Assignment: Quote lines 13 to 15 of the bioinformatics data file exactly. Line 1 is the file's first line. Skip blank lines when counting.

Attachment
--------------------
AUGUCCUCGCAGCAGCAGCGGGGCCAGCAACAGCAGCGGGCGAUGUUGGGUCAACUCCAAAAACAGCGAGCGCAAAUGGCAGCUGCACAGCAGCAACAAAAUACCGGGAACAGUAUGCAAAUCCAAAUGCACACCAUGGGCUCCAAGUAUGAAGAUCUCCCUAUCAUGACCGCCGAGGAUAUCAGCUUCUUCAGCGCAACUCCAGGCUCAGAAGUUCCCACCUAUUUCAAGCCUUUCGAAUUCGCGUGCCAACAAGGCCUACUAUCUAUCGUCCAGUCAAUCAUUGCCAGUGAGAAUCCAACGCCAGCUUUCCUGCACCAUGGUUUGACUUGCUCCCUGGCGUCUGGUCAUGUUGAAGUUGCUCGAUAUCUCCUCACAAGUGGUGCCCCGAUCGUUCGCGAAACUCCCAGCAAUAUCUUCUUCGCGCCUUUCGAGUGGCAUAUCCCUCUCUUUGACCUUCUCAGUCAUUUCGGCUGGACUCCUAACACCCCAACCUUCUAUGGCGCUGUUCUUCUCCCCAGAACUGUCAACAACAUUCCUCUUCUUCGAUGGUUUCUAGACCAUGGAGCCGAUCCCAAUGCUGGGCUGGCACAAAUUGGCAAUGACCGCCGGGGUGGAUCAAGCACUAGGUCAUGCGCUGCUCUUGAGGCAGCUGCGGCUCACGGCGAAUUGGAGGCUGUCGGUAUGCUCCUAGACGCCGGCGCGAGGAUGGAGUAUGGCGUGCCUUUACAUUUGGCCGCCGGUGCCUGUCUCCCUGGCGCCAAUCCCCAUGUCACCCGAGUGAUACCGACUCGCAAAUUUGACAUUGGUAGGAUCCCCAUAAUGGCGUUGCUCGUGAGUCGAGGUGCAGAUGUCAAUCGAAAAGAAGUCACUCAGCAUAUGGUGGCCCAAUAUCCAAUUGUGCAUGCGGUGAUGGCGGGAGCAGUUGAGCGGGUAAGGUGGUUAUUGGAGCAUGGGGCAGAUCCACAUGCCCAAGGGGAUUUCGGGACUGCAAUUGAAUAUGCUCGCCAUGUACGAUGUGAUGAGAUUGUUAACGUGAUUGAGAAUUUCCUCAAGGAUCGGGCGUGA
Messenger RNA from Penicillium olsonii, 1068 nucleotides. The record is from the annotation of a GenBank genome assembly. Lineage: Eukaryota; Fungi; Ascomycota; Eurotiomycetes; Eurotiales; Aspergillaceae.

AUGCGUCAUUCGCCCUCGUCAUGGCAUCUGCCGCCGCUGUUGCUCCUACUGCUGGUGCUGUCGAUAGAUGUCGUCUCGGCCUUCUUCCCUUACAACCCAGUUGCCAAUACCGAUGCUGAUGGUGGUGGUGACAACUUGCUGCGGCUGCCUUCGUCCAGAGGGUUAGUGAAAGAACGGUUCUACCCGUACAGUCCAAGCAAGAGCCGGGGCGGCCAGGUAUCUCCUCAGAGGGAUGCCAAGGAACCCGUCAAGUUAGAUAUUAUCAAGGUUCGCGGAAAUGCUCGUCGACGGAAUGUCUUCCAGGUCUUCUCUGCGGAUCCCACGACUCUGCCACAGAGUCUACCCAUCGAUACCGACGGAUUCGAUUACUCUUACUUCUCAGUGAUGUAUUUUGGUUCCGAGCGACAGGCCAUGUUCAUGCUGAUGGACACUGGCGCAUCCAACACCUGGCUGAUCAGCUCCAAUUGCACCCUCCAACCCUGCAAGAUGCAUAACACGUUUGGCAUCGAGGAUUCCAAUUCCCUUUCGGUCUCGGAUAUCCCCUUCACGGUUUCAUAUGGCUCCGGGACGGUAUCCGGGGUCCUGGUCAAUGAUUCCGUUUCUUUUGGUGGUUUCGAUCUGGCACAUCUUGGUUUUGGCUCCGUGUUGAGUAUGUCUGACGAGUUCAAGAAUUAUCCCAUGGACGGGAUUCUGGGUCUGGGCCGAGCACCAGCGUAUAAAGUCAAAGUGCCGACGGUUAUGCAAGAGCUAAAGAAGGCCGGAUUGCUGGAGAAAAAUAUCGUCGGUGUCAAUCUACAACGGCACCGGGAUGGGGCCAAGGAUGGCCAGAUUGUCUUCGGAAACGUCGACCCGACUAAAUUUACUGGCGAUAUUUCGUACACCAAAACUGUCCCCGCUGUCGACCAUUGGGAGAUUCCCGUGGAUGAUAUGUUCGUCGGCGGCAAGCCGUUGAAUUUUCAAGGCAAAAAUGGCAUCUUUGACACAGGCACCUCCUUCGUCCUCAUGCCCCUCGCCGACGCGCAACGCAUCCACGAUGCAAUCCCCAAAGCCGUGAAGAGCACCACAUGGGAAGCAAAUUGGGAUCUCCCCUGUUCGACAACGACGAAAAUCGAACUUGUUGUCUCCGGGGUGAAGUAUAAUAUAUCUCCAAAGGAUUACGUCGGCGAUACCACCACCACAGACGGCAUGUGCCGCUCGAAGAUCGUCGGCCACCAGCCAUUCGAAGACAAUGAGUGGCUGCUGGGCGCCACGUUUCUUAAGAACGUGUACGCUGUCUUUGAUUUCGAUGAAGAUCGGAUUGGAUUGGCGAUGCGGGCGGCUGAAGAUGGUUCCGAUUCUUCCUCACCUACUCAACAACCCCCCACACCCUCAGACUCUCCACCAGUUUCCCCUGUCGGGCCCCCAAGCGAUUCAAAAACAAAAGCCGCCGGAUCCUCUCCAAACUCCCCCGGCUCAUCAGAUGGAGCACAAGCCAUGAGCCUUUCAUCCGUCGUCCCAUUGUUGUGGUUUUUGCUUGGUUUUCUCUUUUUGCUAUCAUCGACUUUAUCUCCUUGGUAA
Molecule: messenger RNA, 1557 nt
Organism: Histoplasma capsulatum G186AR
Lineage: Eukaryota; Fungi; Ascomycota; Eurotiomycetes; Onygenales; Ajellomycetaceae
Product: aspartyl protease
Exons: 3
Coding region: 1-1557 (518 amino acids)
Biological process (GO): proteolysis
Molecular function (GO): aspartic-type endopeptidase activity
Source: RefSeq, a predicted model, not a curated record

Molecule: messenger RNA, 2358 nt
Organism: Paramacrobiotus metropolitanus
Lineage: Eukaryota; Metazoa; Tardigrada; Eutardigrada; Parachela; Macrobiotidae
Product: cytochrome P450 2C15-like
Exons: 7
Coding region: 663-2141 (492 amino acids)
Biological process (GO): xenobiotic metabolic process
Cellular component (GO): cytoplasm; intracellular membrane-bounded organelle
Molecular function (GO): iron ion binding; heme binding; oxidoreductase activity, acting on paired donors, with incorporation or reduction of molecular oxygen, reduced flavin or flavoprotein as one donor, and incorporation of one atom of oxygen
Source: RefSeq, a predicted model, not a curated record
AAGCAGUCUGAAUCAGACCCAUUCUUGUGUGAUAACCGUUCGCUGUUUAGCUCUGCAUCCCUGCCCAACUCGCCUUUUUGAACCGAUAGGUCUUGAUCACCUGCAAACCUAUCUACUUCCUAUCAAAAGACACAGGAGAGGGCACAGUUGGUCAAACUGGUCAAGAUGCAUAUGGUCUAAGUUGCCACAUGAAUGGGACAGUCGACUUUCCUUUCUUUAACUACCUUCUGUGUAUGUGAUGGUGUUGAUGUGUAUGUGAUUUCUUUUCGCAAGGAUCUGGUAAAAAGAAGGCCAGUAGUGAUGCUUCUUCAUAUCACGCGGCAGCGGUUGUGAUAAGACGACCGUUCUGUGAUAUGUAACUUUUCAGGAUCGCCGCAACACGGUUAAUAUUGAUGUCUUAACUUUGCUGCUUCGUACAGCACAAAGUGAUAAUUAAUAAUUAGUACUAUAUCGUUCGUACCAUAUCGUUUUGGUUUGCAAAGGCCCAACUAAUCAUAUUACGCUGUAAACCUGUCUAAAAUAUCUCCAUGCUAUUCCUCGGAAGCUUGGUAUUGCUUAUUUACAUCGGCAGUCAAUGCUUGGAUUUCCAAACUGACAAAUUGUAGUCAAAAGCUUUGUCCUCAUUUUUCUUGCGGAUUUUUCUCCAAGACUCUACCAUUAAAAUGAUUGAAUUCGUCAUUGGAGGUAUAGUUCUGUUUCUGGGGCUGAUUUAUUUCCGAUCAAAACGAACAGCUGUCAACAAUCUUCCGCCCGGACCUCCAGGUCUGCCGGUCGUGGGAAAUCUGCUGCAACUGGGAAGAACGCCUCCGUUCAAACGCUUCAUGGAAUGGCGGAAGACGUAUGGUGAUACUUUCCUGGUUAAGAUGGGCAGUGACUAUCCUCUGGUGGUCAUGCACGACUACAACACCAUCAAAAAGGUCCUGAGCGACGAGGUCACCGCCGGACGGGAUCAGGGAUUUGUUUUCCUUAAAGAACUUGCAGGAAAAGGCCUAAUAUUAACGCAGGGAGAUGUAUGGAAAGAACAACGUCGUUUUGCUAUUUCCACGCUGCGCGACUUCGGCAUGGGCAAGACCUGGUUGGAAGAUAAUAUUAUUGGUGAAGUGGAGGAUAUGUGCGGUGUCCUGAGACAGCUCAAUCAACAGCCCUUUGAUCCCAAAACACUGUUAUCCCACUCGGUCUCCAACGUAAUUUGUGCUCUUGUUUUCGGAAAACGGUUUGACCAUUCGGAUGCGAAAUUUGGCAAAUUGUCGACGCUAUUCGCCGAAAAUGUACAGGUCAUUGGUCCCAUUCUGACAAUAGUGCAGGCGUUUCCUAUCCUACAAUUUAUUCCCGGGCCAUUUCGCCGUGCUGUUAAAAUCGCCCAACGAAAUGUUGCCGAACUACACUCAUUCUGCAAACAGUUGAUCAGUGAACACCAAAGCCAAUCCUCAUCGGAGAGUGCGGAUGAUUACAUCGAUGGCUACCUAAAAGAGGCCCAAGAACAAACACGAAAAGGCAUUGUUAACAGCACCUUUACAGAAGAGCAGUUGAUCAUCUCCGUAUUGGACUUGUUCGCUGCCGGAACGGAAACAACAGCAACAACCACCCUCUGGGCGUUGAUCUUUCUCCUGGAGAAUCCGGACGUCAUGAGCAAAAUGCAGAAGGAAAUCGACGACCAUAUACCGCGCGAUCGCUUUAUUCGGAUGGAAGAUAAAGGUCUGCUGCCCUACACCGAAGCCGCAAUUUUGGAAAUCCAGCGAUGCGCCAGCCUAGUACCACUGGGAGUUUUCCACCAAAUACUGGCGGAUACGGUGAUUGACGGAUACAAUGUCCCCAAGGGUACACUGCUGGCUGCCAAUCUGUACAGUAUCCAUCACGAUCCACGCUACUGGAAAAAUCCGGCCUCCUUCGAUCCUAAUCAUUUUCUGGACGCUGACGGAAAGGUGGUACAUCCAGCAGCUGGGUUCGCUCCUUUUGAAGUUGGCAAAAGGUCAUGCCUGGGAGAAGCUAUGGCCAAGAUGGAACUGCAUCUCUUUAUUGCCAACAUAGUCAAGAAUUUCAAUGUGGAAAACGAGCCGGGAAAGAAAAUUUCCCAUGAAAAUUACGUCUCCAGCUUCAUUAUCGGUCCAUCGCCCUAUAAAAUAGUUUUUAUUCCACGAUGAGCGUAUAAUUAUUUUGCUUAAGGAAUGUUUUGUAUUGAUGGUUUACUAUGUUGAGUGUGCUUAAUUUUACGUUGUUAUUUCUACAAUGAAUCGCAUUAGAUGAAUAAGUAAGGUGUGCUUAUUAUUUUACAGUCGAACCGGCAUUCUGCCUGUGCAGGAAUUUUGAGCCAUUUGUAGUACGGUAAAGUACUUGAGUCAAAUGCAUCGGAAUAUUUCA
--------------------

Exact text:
Molecule: messenger RNA, 2358 nt
Organism: Paramacrobiotus metropolitanus
Lineage: Eukaryota; Metazoa; Tardigrada; Eutardigrada; Parachela; Macrobiotidae